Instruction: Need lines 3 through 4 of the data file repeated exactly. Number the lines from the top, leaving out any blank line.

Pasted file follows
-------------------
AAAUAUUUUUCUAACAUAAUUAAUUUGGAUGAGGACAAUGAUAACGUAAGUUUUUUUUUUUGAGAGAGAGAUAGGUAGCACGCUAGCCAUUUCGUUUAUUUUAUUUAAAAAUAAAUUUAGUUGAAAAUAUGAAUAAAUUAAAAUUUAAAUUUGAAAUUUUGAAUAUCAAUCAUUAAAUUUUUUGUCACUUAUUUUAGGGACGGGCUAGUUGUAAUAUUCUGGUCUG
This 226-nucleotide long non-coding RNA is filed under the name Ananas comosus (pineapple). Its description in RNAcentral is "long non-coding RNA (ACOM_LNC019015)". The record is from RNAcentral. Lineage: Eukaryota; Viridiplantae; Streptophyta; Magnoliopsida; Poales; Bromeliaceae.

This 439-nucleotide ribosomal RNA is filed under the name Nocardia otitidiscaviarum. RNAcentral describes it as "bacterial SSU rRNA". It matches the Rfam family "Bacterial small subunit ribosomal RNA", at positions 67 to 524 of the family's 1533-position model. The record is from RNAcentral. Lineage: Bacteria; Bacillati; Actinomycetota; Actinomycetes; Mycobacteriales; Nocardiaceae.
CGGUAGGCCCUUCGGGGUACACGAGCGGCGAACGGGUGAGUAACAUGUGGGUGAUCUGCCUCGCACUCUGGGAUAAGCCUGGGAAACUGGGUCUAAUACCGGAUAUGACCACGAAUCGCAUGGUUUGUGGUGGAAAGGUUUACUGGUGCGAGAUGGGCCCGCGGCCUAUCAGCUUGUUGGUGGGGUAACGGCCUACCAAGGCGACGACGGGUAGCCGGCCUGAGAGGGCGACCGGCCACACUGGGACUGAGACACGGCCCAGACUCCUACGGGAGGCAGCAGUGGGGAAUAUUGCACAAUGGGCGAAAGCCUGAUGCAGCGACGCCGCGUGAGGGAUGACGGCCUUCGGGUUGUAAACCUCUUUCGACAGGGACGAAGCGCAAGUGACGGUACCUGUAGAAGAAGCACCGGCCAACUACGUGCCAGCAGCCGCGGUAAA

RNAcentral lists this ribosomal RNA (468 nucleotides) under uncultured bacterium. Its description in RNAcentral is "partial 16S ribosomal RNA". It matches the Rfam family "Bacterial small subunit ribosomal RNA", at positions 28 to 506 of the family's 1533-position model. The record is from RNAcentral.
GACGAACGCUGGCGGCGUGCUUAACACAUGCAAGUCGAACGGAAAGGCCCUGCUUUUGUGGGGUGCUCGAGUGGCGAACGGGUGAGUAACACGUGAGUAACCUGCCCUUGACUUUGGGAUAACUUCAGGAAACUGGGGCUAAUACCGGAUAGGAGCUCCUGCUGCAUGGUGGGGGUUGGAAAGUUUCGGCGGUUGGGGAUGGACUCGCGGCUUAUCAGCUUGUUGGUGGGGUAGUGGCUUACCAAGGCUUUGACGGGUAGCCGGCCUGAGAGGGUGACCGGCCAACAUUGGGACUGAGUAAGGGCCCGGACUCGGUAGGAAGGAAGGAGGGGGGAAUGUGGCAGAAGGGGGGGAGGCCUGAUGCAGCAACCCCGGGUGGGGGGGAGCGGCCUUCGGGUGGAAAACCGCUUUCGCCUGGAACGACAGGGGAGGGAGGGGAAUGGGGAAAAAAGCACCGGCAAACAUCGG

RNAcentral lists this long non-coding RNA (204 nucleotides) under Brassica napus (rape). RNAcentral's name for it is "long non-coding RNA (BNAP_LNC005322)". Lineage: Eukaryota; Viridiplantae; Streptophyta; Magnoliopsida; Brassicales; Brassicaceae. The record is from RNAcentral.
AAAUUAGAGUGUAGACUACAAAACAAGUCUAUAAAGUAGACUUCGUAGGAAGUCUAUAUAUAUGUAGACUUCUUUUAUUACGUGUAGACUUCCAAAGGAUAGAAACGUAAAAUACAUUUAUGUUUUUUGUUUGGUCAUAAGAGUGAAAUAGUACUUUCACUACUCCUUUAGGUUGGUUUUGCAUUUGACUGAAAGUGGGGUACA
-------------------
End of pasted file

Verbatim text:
This 439-nucleotide ribosomal RNA is filed under the name Nocardia otitidiscaviarum. RNAcentral describes it as "bacterial SSU rRNA". It matches the Rfam family "Bacterial small subunit ribosomal RNA", at positions 67 to 524 of the family's 1533-position model. The record is from RNAcentral. Lineage: Bacteria; Bacillati; Actinomycetota; Actinomycetes; Mycobacteriales; Nocardiaceae.
CGGUAGGCCCUUCGGGGUACACGAGCGGCGAACGGGUGAGUAACAUGUGGGUGAUCUGCCUCGCACUCUGGGAUAAGCCUGGGAAACUGGGUCUAAUACCGGAUAUGACCACGAAUCGCAUGGUUUGUGGUGGAAAGGUUUACUGGUGCGAGAUGGGCCCGCGGCCUAUCAGCUUGUUGGUGGGGUAACGGCCUACCAAGGCGACGACGGGUAGCCGGCCUGAGAGGGCGACCGGCCACACUGGGACUGAGACACGGCCCAGACUCCUACGGGAGGCAGCAGUGGGGAAUAUUGCACAAUGGGCGAAAGCCUGAUGCAGCGACGCCGCGUGAGGGAUGACGGCCUUCGGGUUGUAAACCUCUUUCGACAGGGACGAAGCGCAAGUGACGGUACCUGUAGAAGAAGCACCGGCCAACUACGUGCCAGCAGCCGCGGUAAA